Dutch Jews in the Imperial Space: The Social Mobility and Integration of Jewish ‘Indies travellers’, 1870-1940 | Amsterdam University Press Journals Online
2004
Volume 49, Issue 1
  • ISSN: 1781-7838
  • E-ISSN: 1783-1792

Abstract

Abstract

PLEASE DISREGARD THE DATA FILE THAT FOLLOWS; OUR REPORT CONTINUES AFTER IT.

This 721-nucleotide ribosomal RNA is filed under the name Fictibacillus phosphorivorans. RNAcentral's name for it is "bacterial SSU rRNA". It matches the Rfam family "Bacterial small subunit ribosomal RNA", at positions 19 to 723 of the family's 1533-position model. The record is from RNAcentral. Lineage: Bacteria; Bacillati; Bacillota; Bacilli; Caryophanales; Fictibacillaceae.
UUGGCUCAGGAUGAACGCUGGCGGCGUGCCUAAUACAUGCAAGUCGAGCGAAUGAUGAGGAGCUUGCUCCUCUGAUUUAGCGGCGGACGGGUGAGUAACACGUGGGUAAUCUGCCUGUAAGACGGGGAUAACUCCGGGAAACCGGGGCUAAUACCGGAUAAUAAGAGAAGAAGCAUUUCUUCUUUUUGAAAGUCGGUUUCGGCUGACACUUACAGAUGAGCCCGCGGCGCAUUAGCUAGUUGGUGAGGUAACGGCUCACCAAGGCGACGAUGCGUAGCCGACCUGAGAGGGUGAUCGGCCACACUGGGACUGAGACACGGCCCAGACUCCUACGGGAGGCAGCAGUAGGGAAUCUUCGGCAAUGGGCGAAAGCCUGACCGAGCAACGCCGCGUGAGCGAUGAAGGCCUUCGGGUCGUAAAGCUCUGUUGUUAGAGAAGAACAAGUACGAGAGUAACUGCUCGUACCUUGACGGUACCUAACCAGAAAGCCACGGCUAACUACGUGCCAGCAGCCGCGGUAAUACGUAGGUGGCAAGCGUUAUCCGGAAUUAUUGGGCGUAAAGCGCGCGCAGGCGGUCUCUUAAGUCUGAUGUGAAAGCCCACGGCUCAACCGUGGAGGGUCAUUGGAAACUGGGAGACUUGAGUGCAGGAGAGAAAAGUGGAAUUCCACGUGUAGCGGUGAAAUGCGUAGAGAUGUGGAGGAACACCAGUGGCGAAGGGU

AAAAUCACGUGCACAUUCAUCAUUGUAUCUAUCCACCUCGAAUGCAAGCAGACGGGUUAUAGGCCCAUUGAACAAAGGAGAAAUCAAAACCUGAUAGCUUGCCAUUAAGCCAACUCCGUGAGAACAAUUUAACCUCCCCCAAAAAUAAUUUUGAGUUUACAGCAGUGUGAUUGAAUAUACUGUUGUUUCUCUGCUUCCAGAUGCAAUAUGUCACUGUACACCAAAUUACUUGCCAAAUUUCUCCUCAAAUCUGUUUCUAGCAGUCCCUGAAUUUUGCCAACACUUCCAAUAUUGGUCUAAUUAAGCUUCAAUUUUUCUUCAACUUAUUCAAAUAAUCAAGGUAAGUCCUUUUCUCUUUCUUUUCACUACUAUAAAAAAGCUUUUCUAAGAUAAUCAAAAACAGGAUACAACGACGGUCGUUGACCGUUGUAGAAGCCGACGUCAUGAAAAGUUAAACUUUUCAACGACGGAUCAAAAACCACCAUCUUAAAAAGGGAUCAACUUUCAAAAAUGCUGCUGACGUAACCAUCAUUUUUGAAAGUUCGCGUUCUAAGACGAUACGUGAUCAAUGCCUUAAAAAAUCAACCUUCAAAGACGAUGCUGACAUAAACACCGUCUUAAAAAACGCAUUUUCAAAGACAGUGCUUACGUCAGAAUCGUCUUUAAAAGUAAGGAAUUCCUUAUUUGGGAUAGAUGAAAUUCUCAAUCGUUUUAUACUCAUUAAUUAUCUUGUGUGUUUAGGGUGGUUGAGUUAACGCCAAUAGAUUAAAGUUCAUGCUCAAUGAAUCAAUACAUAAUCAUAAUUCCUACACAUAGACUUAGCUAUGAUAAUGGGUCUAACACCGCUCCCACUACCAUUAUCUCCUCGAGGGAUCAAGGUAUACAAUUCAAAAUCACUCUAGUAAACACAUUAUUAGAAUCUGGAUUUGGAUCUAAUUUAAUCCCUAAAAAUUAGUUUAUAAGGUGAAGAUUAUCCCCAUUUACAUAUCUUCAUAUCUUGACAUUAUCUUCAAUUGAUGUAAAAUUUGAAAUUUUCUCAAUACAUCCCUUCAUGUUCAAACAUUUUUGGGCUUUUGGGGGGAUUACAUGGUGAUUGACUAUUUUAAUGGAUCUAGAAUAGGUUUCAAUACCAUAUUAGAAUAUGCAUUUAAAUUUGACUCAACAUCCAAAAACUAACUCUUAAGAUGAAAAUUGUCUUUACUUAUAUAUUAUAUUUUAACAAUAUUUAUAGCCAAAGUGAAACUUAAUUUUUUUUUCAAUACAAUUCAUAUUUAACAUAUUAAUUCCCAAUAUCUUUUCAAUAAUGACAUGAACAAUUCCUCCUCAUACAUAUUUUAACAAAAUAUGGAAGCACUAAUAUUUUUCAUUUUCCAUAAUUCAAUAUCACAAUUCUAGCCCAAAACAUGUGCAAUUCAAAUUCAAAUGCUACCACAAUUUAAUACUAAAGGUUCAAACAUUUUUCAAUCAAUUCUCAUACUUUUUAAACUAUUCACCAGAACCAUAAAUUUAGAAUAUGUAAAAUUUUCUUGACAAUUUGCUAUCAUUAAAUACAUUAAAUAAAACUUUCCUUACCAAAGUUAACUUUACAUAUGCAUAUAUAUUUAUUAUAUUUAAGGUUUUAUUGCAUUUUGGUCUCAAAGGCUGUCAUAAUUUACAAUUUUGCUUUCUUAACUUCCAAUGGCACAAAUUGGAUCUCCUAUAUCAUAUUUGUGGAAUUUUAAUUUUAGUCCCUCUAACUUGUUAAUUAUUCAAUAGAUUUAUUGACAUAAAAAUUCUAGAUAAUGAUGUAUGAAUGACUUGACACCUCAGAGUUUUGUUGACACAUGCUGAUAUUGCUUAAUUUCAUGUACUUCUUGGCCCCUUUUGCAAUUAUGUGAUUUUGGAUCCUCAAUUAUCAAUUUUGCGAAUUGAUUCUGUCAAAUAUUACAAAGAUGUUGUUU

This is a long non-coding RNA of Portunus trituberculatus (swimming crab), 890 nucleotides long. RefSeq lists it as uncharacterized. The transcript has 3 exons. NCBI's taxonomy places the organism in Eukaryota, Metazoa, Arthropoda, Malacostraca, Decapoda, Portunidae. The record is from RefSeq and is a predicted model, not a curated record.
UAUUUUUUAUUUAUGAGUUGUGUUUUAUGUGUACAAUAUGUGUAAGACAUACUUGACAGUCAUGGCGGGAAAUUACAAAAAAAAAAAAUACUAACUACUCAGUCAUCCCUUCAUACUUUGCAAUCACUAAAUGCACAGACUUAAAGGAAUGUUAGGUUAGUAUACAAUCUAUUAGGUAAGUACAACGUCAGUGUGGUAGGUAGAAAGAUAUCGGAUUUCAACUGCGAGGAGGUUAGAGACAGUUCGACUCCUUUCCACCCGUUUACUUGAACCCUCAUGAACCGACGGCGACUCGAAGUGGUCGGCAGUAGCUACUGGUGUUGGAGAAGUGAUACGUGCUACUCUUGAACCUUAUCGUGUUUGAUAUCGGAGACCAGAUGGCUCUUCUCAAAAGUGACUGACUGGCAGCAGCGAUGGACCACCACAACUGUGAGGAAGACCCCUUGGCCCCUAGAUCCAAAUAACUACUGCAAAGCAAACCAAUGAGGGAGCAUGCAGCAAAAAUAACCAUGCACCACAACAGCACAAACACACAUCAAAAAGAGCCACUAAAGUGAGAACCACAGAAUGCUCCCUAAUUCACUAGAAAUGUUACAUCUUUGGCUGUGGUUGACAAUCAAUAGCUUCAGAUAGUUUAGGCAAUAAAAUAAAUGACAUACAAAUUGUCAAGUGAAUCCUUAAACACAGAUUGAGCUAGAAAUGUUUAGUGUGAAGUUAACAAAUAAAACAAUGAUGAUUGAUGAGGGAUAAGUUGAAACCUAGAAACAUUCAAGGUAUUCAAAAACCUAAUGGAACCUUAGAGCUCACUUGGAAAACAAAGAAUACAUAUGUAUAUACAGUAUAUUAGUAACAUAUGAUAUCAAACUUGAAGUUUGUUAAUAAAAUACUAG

From the last decades of the nineteenth century, Dutch Jews increasingly moved to the Dutch East Indies, which at this time were opened up to individual citizens to pursue a career. Members of the Dutch political, financial, and cultural elites were overrepresented among the (Jewish and non-Jewish) ‘’, or ‘Indies travellers’. Colonial society provided Jews with novel opportunities, as their Jewish background seemed to matter less than their Dutch citizenship, their education, their occupational position, their connections, their wealth, or the colour of their skin. This article sheds light on the meaning of this imperial dimension for Jews in the pre-war Dutch East Indies, by analysing the patterns of upward social mobility and integration of 38 Jewish migrants whose lives were recorded in the Dutch Biography Portal. These Jews were well-represented in traditional occupations, but they also attained important positions in the colonial civil service. Compared to their counterparts who did not migrate, they were less likely to be religious Jews or members of Jewish organisations. They were more often married to non-Jewish, as well as non-religious, spouses. High levels of integration did not, however, protect these Jewish migrants from antisemitism, particularly directed at those who supported Indonesians’ rights.

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